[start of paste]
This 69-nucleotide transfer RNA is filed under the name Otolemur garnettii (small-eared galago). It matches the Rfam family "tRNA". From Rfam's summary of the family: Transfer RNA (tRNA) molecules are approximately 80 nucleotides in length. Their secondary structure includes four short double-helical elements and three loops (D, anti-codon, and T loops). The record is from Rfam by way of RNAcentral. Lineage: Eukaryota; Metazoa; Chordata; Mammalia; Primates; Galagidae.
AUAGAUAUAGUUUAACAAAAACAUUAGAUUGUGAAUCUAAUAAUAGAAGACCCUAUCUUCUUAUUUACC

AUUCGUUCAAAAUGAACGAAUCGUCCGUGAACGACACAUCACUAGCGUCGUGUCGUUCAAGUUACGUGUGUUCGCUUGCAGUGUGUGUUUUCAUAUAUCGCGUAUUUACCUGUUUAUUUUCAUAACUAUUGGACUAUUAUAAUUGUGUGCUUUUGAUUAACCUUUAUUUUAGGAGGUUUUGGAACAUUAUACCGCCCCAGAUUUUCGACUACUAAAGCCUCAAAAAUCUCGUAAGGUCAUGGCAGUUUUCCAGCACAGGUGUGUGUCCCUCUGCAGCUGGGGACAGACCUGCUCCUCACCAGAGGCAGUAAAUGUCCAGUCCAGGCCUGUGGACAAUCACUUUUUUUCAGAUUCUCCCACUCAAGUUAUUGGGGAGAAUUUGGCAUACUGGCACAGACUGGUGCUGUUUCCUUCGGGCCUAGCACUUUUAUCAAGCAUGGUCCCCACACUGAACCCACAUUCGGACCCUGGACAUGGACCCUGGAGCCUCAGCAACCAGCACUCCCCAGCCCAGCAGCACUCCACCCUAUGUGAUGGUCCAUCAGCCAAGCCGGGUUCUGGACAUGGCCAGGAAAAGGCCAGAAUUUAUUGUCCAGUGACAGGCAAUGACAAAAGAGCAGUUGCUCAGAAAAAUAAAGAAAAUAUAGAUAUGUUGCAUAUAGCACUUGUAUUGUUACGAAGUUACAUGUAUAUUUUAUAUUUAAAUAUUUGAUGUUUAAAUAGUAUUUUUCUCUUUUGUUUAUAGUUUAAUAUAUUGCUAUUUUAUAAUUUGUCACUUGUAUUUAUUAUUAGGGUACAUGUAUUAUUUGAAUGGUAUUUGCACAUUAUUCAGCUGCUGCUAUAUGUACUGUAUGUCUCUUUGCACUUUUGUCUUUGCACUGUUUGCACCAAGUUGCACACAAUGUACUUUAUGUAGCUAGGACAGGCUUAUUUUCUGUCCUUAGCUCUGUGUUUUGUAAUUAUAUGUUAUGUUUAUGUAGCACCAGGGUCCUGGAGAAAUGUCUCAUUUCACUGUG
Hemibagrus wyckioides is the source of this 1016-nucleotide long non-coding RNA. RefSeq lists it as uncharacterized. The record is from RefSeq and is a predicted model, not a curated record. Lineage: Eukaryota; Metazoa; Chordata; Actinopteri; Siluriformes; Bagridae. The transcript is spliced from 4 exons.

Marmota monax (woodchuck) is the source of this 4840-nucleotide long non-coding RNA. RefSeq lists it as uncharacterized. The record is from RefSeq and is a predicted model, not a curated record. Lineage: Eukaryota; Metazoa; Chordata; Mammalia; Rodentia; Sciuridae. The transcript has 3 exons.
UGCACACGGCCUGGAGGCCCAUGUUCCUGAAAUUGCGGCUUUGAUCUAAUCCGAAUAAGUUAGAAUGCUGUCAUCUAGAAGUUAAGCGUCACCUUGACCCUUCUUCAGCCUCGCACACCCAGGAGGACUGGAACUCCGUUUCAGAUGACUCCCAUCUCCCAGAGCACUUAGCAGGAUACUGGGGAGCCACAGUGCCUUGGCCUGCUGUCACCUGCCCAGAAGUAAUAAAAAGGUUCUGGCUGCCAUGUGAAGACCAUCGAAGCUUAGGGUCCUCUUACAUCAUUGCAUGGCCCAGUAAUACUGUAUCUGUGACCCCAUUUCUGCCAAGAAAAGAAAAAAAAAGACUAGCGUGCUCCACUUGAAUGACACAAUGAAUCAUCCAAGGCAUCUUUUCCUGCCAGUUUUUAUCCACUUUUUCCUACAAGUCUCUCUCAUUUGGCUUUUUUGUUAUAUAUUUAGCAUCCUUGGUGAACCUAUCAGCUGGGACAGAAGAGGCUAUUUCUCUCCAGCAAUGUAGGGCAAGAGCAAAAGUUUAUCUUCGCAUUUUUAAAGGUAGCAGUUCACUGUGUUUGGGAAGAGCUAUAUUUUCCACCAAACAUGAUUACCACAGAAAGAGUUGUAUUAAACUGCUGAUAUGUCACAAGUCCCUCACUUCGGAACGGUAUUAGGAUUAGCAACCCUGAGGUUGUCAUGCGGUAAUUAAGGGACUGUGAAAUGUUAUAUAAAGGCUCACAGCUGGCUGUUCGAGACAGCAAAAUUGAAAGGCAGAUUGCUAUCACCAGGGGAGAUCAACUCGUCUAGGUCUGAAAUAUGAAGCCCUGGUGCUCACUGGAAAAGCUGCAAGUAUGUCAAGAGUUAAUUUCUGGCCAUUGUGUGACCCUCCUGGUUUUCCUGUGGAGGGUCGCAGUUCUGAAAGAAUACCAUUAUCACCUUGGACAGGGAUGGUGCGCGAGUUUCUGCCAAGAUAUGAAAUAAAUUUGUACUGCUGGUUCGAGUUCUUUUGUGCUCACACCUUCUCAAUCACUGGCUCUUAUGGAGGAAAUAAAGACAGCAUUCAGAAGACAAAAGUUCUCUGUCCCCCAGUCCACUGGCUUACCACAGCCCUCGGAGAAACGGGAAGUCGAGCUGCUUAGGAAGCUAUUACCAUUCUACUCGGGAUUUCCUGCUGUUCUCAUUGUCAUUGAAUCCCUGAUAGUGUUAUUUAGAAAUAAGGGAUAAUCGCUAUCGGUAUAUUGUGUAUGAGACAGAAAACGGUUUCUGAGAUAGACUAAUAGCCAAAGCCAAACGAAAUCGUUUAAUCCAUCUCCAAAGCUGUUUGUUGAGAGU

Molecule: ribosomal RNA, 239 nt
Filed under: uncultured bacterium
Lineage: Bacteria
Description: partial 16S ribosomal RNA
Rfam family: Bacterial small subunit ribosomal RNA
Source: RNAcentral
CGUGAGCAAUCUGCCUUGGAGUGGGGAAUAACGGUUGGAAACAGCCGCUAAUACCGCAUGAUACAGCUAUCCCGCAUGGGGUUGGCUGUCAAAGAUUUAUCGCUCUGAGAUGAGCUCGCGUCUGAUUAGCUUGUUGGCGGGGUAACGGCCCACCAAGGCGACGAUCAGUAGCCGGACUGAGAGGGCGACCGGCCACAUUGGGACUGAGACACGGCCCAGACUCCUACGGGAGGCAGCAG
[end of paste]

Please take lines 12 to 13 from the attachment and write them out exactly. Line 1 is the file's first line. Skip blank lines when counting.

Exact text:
Source: RNAcentral
CGUGAGCAAUCUGCCUUGGAGUGGGGAAUAACGGUUGGAAACAGCCGCUAAUACCGCAUGAUACAGCUAUCCCGCAUGGGGUUGGCUGUCAAAGAUUUAUCGCUCUGAGAUGAGCUCGCGUCUGAUUAGCUUGUUGGCGGGGUAACGGCCCACCAAGGCGACGAUCAGUAGCCGGACUGAGAGGGCGACCGGCCACAUUGGGACUGAGACACGGCCCAGACUCCUACGGGAGGCAGCAG